A LANDMARK agreement designed to promote co-operation between farming outfits and mining operations in the Liverpool Plains has suffered a setback.
Caroona Coal Action Group spokesman Tim Duddy has accused BHP Billiton of breaking the deal by collecting soil samples near his property at Rossmar Park on Thursday.
Mr Duddy, who is also a Gunnedah Shire councillor, maintains that BHP had agreed to wait until after a meeting next week where stakeholders were to discuss the methods for completing an agricultural impact study.
“BHP moved on to a public road in front of my house (on Thursday) to do that exploration without waiting for the discussion about the methodology,” he said.
“We are, of course, incredibly disappointed that they have chosen to disregard the community’s concerns regarding the methodology surrounding the data collection.”
BHP firmly denies any wrongdoing, saying it received approval for the digs from Gunnedah Shire Council – where a motion to support the work was made by Mr Duddy – and advertised the scheduled works.
“As part of its ongoing commitment to community consultation, BHP Billiton has presented information about its soil sampling activities at a number of community meetings, including a field day in late September which gave local stakeholders the opportunity to observe soil samples being taken and to learn more about the process.”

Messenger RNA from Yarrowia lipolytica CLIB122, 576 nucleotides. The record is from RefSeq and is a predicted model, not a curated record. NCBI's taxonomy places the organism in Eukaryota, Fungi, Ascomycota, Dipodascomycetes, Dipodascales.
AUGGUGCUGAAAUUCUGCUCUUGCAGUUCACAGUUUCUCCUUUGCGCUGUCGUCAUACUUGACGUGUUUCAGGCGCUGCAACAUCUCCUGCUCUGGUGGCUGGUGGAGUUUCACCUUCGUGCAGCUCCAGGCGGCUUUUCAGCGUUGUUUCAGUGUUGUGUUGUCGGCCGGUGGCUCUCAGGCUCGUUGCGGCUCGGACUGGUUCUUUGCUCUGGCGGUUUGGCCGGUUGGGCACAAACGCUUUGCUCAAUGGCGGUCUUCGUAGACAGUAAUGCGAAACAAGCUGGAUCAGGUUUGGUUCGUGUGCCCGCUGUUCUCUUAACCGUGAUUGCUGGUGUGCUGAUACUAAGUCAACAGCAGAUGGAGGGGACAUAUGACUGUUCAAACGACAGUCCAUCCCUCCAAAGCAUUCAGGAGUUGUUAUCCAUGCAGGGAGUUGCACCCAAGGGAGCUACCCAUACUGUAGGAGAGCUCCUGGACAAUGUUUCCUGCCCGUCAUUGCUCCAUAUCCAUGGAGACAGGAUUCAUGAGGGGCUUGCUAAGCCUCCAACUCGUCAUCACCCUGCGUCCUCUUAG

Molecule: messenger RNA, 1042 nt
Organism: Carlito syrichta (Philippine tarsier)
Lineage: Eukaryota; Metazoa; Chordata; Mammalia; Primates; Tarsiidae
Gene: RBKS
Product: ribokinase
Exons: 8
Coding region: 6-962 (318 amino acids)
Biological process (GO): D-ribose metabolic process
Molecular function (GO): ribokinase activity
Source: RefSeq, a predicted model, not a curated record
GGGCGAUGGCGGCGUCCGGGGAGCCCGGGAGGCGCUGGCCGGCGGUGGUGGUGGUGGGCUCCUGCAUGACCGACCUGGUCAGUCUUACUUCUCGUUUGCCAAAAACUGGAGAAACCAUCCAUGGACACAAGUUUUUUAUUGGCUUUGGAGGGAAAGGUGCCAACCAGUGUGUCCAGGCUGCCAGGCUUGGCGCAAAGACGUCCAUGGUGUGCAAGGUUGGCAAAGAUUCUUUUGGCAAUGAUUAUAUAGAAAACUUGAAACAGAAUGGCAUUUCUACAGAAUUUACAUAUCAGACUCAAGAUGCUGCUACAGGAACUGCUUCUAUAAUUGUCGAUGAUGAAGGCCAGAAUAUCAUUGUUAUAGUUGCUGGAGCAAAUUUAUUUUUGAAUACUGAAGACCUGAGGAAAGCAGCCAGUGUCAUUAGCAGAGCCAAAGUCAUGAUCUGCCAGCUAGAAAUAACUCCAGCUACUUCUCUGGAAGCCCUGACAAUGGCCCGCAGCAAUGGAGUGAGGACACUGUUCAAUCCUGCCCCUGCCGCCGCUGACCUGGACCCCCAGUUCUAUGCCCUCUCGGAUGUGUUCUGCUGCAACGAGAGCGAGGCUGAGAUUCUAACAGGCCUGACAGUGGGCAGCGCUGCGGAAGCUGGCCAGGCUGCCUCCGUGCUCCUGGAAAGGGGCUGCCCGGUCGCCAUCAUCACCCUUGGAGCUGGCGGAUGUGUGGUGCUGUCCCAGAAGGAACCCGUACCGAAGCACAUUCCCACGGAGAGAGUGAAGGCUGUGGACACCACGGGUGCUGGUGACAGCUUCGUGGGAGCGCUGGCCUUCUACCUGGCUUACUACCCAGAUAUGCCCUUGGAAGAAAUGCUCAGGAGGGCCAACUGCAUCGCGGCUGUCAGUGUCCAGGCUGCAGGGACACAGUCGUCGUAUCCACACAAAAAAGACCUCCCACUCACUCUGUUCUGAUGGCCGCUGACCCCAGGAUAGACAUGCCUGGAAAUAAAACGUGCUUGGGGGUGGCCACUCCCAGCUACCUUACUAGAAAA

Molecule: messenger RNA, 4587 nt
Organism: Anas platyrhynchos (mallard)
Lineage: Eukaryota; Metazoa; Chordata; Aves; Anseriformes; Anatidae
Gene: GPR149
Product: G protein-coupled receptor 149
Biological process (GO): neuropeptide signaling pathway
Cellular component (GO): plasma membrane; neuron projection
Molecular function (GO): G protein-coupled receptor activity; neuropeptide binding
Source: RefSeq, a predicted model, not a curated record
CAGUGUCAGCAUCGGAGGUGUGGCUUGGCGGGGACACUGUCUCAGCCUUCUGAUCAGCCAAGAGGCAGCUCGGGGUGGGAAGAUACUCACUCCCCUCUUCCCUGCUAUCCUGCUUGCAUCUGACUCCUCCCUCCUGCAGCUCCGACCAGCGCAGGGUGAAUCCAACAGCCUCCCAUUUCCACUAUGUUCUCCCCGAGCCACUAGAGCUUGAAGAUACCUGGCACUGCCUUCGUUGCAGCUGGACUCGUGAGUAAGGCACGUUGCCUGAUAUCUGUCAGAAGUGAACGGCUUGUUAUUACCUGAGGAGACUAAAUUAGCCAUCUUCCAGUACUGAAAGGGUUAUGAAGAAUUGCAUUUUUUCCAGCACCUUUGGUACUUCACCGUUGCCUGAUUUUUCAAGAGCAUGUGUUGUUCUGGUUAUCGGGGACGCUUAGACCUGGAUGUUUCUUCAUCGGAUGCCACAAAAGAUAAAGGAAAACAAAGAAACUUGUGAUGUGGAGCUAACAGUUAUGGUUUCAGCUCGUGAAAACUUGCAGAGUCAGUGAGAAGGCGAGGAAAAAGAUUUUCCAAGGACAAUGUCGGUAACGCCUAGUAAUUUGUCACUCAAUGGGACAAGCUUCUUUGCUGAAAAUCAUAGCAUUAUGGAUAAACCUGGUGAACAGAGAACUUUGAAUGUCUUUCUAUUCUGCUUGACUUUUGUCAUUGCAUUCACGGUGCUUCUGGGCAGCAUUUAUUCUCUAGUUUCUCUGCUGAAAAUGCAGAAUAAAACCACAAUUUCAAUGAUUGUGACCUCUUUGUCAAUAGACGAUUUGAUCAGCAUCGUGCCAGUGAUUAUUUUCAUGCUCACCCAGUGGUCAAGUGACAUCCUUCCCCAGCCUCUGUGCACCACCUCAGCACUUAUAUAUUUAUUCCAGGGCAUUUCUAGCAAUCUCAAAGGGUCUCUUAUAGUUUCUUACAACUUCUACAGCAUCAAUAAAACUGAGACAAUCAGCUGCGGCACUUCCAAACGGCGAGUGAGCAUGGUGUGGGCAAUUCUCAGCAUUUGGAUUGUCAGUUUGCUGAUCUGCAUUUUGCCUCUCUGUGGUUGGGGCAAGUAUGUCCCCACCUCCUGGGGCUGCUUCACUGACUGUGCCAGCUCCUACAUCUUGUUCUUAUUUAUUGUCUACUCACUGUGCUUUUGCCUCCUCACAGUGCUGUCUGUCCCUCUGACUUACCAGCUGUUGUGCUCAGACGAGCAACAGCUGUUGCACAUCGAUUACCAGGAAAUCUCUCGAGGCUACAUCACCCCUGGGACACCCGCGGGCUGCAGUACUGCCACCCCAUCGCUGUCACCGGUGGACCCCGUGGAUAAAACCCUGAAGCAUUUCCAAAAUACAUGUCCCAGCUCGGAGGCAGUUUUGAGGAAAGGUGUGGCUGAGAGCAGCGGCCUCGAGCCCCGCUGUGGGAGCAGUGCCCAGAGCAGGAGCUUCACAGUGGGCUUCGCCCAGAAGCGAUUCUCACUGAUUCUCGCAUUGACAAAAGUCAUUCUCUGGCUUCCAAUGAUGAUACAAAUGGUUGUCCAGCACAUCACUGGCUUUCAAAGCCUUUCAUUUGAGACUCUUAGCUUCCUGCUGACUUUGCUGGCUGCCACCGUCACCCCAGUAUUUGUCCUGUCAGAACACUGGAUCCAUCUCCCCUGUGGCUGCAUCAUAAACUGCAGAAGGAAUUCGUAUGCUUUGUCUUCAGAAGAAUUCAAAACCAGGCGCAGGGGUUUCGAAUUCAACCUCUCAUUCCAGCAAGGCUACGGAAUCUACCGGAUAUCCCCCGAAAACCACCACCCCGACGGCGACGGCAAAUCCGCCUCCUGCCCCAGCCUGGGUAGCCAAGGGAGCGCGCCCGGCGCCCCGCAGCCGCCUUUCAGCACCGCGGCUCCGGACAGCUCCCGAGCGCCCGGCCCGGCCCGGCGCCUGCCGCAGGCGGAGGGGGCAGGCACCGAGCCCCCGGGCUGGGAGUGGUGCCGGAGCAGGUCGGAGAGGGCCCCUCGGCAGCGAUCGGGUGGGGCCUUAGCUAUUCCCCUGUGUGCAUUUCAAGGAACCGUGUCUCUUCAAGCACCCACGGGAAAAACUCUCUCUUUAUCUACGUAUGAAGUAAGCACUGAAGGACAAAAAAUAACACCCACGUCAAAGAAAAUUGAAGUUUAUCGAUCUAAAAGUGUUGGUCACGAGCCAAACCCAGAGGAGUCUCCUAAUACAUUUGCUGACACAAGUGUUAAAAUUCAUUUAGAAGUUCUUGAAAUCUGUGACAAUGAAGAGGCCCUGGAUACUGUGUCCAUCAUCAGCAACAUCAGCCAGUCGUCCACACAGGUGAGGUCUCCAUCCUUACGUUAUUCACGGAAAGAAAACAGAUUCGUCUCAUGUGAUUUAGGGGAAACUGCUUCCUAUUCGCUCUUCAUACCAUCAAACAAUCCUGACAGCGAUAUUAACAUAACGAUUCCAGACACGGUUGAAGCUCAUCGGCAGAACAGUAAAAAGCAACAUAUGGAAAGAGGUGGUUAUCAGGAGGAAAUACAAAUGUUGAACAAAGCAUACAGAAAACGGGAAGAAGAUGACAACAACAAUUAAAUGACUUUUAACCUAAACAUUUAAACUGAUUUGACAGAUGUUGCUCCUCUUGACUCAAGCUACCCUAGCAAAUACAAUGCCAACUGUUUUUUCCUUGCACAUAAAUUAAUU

In 2006, BHP subsidiary Coal Mines Australia Limited was granted a five-year exploration licence covering more than 300km around Caroona.
The company is required to submit an agricultural impact report as part of a wider environmental impact statement, which is expected to be lodged in 2015.
Mr Duddy said he was unsure how this week’s events would affect the relationship between the Caroona community and the mining giant.
“There are some conversations that need to be had because the farming community is very concerned about the way that they are structuring their agricultural impact statement,” he said.
“We believe they may be overlooking some of the issues that are vital to our livelihood that would then establish whether we can co-exist or are incompatible.
“If they had waited a week, so we could have a discussion about how we want it to work and how they want it to work, we could have worked through it together.
“I just think it was a very bad decision by the company, who yet again are showing that they will not listen to the community.”